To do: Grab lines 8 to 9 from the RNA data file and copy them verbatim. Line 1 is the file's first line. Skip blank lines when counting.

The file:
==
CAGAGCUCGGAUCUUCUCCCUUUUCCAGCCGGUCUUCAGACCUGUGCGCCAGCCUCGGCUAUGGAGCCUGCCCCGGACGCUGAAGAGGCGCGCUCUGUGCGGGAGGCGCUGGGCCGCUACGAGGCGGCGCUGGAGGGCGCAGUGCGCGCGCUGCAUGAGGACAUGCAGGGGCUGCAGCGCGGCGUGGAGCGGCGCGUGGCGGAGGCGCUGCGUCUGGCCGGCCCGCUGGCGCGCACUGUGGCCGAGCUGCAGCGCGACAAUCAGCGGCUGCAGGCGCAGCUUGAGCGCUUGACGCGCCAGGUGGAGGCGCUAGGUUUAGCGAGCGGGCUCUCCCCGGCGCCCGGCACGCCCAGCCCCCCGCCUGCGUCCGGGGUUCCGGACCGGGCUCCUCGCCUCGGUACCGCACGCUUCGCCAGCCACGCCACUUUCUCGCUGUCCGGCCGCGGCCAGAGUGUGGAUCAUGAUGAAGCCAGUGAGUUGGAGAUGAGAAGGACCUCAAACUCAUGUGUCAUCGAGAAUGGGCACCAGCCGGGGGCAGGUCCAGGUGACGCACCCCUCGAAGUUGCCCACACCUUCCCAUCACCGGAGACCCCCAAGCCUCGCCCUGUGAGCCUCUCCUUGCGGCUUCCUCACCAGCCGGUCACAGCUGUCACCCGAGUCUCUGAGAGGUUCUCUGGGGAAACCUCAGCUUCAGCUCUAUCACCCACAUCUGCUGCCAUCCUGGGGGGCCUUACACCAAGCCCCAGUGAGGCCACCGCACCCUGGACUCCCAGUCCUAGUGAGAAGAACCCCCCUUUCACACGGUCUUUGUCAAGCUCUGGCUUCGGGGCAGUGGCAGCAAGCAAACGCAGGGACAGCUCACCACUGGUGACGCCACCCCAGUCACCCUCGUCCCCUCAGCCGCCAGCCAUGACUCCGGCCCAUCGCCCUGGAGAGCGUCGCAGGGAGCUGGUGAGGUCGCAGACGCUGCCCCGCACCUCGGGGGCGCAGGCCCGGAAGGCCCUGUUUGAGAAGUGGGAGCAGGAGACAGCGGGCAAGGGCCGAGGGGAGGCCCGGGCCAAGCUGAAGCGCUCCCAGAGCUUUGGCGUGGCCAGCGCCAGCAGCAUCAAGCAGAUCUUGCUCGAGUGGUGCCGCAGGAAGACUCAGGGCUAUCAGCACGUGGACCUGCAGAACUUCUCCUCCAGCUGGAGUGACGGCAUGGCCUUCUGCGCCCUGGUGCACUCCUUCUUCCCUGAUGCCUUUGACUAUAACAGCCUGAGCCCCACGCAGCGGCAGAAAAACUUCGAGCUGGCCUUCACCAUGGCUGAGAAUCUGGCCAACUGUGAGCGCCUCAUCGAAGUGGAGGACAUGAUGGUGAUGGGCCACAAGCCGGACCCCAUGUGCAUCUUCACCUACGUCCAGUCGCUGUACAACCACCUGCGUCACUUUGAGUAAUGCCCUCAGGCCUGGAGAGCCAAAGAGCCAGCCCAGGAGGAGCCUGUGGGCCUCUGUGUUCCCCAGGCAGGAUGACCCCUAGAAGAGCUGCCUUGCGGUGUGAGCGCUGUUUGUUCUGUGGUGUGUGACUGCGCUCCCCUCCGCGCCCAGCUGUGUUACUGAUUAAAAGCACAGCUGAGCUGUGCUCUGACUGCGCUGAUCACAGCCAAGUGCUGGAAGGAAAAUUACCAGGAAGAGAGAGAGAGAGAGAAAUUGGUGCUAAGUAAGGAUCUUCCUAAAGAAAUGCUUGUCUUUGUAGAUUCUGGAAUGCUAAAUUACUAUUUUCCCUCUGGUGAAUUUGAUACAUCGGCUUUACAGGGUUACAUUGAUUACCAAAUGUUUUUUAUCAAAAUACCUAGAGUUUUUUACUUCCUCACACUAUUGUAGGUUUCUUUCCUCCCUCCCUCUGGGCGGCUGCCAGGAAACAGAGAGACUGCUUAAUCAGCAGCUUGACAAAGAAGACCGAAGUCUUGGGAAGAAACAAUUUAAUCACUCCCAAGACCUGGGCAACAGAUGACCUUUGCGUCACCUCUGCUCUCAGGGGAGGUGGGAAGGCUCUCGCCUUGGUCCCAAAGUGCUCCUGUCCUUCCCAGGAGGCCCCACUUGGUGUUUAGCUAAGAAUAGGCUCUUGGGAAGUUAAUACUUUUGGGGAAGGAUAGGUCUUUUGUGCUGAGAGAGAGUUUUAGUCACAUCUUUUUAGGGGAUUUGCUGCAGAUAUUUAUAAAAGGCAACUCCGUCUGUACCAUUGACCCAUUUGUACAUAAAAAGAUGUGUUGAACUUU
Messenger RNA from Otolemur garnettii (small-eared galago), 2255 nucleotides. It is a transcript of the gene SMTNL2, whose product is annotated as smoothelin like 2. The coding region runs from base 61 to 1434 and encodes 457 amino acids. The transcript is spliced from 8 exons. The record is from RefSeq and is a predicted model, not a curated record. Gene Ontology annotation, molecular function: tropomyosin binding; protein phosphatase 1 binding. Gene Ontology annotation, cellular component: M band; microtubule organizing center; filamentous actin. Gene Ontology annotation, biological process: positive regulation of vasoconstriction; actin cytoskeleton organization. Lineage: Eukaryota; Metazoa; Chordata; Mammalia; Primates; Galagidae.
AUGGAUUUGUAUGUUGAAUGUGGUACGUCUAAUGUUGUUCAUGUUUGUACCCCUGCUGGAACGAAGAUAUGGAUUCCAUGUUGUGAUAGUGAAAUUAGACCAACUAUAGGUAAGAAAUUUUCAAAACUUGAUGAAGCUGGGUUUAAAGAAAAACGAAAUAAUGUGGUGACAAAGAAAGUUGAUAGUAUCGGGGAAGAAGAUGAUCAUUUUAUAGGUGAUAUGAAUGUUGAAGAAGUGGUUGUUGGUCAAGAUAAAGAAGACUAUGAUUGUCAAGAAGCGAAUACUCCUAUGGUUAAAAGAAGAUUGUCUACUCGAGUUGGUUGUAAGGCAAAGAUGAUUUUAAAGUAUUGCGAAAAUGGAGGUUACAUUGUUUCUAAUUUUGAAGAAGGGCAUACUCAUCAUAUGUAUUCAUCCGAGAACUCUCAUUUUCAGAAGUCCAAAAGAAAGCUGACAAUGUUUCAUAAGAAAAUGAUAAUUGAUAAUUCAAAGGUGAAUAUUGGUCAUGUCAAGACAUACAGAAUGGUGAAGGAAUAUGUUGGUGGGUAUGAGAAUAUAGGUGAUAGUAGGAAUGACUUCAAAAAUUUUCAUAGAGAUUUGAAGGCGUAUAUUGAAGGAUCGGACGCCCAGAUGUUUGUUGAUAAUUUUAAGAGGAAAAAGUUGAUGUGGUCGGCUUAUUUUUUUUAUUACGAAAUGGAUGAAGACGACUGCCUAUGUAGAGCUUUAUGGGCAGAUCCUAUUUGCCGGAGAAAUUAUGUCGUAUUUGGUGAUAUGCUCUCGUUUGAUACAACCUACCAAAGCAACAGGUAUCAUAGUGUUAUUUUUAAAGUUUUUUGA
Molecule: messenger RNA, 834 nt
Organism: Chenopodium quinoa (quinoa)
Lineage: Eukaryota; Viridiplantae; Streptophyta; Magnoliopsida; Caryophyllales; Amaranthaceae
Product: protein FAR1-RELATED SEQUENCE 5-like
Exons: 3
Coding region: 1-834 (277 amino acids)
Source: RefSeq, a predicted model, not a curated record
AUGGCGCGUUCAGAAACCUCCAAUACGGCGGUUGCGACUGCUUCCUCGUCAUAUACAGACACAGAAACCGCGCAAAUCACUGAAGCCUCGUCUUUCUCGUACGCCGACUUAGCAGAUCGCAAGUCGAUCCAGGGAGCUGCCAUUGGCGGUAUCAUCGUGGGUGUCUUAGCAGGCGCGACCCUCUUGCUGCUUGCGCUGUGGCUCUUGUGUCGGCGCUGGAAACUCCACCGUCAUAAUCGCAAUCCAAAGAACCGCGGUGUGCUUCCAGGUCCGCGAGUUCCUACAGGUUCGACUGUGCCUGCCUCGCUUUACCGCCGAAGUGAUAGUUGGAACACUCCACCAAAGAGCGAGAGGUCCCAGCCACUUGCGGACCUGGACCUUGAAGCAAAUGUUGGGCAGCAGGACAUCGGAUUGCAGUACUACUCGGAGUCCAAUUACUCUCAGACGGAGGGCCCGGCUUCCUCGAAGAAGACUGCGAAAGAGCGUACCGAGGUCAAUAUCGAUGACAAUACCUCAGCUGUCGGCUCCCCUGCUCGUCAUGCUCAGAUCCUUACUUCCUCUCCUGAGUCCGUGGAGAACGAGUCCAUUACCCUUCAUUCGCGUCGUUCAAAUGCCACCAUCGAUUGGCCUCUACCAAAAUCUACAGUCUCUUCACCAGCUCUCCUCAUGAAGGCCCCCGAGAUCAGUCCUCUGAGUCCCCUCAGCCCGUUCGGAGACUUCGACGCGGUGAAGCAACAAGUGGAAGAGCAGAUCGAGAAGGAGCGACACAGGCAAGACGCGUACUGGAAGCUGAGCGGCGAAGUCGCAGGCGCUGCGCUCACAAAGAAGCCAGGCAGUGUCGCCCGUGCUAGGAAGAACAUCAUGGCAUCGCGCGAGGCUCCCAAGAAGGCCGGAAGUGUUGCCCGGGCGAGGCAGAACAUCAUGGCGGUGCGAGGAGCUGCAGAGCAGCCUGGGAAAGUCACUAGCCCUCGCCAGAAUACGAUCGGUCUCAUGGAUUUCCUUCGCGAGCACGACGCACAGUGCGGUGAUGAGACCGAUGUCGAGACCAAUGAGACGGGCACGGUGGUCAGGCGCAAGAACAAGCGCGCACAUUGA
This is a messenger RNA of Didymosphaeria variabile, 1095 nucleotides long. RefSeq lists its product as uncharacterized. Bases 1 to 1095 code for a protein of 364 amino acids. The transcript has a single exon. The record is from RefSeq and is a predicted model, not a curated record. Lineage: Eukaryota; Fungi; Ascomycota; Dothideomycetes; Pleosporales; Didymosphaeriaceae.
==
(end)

Exons: 3
Coding region: 1-834 (277 amino acids)